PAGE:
The year-long suspension of a press freedom group from the United Nations Commission on Human Rights provides “worrying evidence of a major crisis for press freedom at world level,” said the International Federation of Journalists today.
“It looks increasingly as though the UN human rights agenda is being hijacked by governments dedicated to censorship and intolerance of dissent,” said Aidan White, IFJ General Secretary.
The IFJ has written to UN Secretary General Kofi Annan and to the UN High Commissioner for Human Rights Sergio Vieira de Mello about the suspension of the Paris-based group Reporters Sans Frontiers which staged a protest during a meeting of the commission in March to protest over the decision to let Libya chair the commission.
The group’s consultative status with the commission was suspended on July 24 for one year on a split vote after a request by Libya and Cuba.
“We may not agree with the style of protest,” said White, “but this suspension is wholly unjustified. The fact that behind it are regimes with an appalling record on human rights and much to hide on free expression severely damages the credibility of the United Nations human rights commission.”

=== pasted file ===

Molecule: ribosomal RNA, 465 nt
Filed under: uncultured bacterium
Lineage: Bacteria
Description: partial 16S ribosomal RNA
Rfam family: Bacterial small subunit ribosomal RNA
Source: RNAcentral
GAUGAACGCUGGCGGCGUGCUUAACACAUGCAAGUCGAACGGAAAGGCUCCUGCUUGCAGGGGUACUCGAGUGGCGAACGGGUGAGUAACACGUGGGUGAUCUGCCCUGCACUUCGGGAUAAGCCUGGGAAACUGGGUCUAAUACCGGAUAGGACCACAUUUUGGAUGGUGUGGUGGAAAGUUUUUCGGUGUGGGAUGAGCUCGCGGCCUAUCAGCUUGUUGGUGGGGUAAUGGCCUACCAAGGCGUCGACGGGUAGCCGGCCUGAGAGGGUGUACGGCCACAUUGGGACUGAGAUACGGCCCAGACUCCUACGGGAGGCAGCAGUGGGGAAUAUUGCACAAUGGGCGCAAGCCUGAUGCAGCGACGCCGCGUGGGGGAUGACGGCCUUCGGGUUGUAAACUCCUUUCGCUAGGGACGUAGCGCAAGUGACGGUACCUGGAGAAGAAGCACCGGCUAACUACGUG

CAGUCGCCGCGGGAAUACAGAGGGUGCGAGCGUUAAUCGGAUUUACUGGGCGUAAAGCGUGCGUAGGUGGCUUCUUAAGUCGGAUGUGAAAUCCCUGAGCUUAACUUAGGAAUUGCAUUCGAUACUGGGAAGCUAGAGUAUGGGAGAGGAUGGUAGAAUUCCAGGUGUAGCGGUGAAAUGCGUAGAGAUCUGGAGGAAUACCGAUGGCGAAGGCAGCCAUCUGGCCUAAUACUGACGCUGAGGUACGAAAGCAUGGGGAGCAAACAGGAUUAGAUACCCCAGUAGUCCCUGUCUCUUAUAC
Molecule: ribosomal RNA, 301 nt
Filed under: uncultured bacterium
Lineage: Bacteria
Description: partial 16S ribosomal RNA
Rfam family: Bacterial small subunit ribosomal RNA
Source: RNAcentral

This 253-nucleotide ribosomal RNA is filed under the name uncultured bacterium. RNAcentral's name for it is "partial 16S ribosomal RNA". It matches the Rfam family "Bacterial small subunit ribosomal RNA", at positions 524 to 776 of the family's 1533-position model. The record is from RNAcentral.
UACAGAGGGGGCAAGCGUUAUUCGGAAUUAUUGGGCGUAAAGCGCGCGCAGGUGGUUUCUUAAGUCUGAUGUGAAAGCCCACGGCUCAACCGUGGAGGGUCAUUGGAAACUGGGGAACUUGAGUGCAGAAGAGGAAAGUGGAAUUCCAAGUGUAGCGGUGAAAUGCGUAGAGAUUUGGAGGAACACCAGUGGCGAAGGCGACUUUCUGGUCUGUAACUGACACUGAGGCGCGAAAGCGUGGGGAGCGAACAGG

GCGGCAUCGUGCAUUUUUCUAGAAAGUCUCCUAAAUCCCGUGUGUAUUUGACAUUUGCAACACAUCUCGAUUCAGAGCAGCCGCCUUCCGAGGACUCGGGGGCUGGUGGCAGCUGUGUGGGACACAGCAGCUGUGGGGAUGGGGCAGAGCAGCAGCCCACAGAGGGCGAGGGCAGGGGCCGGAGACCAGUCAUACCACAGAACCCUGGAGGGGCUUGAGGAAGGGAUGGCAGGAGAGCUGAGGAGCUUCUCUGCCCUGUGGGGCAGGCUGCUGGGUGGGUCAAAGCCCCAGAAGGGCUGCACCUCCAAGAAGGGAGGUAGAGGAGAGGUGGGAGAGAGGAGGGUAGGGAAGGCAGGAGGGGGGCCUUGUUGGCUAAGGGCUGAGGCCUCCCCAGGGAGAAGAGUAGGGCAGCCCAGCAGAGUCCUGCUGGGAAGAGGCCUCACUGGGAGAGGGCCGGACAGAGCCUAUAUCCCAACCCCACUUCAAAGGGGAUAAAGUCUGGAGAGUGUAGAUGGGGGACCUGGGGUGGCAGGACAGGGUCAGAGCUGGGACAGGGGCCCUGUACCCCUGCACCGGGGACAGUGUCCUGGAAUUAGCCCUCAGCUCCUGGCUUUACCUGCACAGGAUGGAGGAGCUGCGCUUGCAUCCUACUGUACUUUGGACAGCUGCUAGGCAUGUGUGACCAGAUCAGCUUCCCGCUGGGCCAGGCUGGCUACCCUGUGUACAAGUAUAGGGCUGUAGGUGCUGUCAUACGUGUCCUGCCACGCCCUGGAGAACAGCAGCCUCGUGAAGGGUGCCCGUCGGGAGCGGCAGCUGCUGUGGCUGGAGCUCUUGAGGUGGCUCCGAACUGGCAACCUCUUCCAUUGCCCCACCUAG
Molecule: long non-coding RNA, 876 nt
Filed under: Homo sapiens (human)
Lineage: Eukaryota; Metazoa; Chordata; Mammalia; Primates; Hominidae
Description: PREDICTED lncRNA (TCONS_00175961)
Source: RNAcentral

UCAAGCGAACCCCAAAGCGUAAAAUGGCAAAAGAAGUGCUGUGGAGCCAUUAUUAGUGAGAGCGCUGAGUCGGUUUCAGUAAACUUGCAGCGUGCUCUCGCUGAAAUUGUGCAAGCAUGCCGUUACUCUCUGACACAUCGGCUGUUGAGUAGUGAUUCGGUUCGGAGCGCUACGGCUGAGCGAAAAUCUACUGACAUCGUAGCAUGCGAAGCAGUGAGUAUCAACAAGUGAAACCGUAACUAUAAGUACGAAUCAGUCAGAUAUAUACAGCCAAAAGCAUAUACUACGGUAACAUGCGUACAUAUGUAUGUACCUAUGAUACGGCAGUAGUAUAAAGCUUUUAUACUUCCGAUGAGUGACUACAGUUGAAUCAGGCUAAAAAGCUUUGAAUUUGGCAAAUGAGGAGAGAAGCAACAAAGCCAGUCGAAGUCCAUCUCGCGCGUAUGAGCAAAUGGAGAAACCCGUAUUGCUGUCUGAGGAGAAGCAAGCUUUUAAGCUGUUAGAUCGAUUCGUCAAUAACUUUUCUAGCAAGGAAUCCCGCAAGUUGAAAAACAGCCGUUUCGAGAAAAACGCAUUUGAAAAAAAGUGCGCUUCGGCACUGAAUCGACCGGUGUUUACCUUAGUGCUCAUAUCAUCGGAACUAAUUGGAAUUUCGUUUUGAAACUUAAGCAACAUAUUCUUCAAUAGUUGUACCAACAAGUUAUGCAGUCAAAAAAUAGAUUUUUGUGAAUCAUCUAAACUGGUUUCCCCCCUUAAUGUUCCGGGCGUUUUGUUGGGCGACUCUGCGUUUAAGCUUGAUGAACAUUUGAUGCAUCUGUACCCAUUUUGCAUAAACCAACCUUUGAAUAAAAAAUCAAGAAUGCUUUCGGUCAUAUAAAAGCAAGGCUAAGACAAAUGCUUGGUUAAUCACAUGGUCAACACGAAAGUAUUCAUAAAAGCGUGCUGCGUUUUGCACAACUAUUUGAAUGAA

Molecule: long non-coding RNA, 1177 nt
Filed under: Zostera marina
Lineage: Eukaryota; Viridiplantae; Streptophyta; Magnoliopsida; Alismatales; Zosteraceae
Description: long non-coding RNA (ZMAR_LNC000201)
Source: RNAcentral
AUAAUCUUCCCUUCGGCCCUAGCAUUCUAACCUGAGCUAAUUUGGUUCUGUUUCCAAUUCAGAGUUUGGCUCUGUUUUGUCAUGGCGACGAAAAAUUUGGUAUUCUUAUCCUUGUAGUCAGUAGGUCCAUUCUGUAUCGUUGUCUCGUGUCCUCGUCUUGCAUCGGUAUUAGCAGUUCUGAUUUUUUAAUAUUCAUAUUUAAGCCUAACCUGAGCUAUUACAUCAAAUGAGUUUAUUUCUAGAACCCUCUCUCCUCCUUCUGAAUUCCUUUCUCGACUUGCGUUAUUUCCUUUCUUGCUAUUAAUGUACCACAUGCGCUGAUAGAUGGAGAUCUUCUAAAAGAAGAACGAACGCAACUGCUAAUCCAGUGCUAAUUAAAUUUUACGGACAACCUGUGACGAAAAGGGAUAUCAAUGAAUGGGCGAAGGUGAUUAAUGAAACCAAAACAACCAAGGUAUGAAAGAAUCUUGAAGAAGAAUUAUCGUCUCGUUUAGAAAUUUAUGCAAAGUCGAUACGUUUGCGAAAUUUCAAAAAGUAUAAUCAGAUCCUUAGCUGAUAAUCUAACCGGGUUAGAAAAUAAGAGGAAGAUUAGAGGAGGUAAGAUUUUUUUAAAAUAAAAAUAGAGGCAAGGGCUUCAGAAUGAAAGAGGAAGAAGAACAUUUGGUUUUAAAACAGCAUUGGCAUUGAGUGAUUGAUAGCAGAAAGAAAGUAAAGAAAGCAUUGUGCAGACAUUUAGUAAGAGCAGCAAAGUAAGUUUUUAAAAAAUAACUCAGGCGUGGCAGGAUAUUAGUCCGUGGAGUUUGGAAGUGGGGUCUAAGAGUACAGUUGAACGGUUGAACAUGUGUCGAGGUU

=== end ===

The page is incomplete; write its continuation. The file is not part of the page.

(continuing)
Among the 27 country’s voting in favour were China, Iran, Pakistan, Libya, Cuba and Zimbabwe, countries where journalists have been jailed, censored or violently attacked in recent years. “It is a tragic sign of the times that freedom to dissent which many of these countries have outlawed at national level, is now being curtailed on a global level,” said White.
The IFJ has also complained to Secretary General Annan that the UN Economic and Social Council (ECOSOC), the body that took this decision, never invited the French group to explain its action. “This denial of natural justice adds to the overwhelming sense that this a decision out of all proportion to the gravity of the offence and is motivated by spite from some of the countries involved.”
The IFJ says that the UN must move immediately to counter the view that its human rights policies and actions are being directed by a core group of countries that are resentful of international reports by press freedom defenders who highlight their abuse of human rights.
“If human rights policy has any future it must be in the hands of governments with a credible record that are committed to democracy and principles of free expression,” said White.
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The IFJ represents over 500,000 journalists in more than 100 countries